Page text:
Iranian National Jewels

The Iranian National Jewels the Iranian Crown Jewels, include elaborate crowns, thirty tiaras, numerous aigrettes, a dozen bejeweled swords and shields, a number of unset precious gems, numerous plates and other dining services cast in precious metals and encrusted with gems, several other more unusual items collected or worn by the Persian monarchs from the 16th century on. The collection is housed at The Treasury of National Jewels, situated inside the Central Bank of Iran on Tehran's Ferdowsi Avenue; the majority of the items now in the collection were acquired by the Safavid dynasty, which ruled Iran from 1502 to 1736 AD. Afghans invaded Iran in 1719 and sacked the capital of Isfahan and took the Iranian crown jewels as plunder. By 1729, after an internal struggle of nearly a decade, Nader Shah Afshar drove the Afghans from Iran. In 1738, the Shah launched his own campaign against the Afghan homeland. After taking and raiding the cities of Kandahar and Kabul as well as several principalities in far-off northern India, sacking Delhi, the victorious Nader Shah returned to Iran with what remained of the plundered crown jewels as well as several other precious objects now found in the Iranian Treasury.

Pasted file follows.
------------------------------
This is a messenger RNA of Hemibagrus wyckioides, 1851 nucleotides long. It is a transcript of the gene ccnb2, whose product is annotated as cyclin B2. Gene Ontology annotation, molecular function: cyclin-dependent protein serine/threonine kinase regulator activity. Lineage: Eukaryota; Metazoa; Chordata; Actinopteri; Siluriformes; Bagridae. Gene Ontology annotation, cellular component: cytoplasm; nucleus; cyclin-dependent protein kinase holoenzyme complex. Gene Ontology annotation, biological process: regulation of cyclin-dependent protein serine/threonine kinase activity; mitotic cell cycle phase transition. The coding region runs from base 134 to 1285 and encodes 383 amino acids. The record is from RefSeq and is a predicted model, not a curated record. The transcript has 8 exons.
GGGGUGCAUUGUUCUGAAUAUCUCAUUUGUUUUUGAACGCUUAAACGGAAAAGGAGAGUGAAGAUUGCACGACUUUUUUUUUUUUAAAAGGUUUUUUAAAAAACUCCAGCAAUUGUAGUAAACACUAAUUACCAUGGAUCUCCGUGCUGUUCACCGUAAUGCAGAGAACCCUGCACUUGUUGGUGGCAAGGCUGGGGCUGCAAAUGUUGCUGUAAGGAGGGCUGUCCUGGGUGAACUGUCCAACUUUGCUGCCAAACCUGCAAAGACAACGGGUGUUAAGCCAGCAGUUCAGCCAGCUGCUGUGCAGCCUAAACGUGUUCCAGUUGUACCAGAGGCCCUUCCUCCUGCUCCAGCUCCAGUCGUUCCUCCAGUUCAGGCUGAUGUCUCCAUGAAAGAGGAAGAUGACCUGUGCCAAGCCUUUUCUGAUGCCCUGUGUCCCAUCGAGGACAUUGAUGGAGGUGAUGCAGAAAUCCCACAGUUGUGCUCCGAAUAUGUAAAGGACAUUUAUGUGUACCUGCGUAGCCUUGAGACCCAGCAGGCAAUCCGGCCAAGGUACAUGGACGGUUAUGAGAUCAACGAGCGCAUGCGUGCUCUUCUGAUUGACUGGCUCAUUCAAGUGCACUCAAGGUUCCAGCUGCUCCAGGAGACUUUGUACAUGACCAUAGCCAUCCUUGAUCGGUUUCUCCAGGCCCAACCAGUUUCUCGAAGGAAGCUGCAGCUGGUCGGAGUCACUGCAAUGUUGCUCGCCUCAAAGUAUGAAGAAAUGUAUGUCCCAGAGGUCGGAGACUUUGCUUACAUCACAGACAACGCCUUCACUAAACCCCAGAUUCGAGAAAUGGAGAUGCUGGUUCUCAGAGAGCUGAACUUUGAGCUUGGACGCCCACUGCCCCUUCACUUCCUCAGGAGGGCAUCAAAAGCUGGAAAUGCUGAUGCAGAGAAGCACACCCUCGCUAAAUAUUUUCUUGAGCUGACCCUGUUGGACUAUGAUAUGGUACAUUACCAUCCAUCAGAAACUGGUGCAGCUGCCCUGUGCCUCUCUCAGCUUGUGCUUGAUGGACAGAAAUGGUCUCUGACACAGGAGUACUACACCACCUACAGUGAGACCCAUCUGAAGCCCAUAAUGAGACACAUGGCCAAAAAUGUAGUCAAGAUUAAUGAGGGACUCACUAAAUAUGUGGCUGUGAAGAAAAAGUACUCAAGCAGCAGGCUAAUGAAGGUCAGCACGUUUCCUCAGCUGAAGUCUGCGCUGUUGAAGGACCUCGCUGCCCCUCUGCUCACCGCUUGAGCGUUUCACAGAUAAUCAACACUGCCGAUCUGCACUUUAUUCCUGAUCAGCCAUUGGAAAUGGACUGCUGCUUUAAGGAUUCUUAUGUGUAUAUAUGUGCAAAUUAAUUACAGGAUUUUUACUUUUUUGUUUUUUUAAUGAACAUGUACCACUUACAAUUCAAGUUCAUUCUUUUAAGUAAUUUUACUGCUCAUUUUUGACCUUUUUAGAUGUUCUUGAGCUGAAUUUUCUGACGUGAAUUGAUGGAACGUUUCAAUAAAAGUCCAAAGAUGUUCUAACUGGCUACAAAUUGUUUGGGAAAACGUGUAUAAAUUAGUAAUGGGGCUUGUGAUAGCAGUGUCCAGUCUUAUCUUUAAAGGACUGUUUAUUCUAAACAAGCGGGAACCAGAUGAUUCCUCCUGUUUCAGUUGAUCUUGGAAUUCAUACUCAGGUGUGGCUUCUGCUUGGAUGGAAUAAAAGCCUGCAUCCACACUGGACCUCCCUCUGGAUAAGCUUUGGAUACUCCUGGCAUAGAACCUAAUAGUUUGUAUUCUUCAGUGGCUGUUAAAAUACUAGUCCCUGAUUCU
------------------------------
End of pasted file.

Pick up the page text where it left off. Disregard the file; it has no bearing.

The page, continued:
These included diamonds, rubies and other precious gemstones. Four of the most prominent acquisitions from this conquest were the Koh-i-Noor and Darya-ye Noor diamonds, the Peacock Throne, the Samarian Spinel; the crown jewels were last used by the last to rule Iran. The splendor of the collection came to the attention of the western world through their use by Mohammad Reza Pahlavi and his Shahbanu Farah Pahlavi during official ceremonies and state visits; the Iranian crown jewels are considered so valuable that they are still used as a reserve to back Iranian currency. In 1937, during the reign of Reza Shah Pahlavi, ownership of the Imperial treasury was transferred to the state; the jewels were placed in the vaults of the National Bank of Iran, where they were used as collateral to strengthen the financial power of the institution and to back the national monetary system. This important economic role is one reason why these jewels, undeniable symbols of Iran's monarchic past, have been retained by the current Islamic Republic.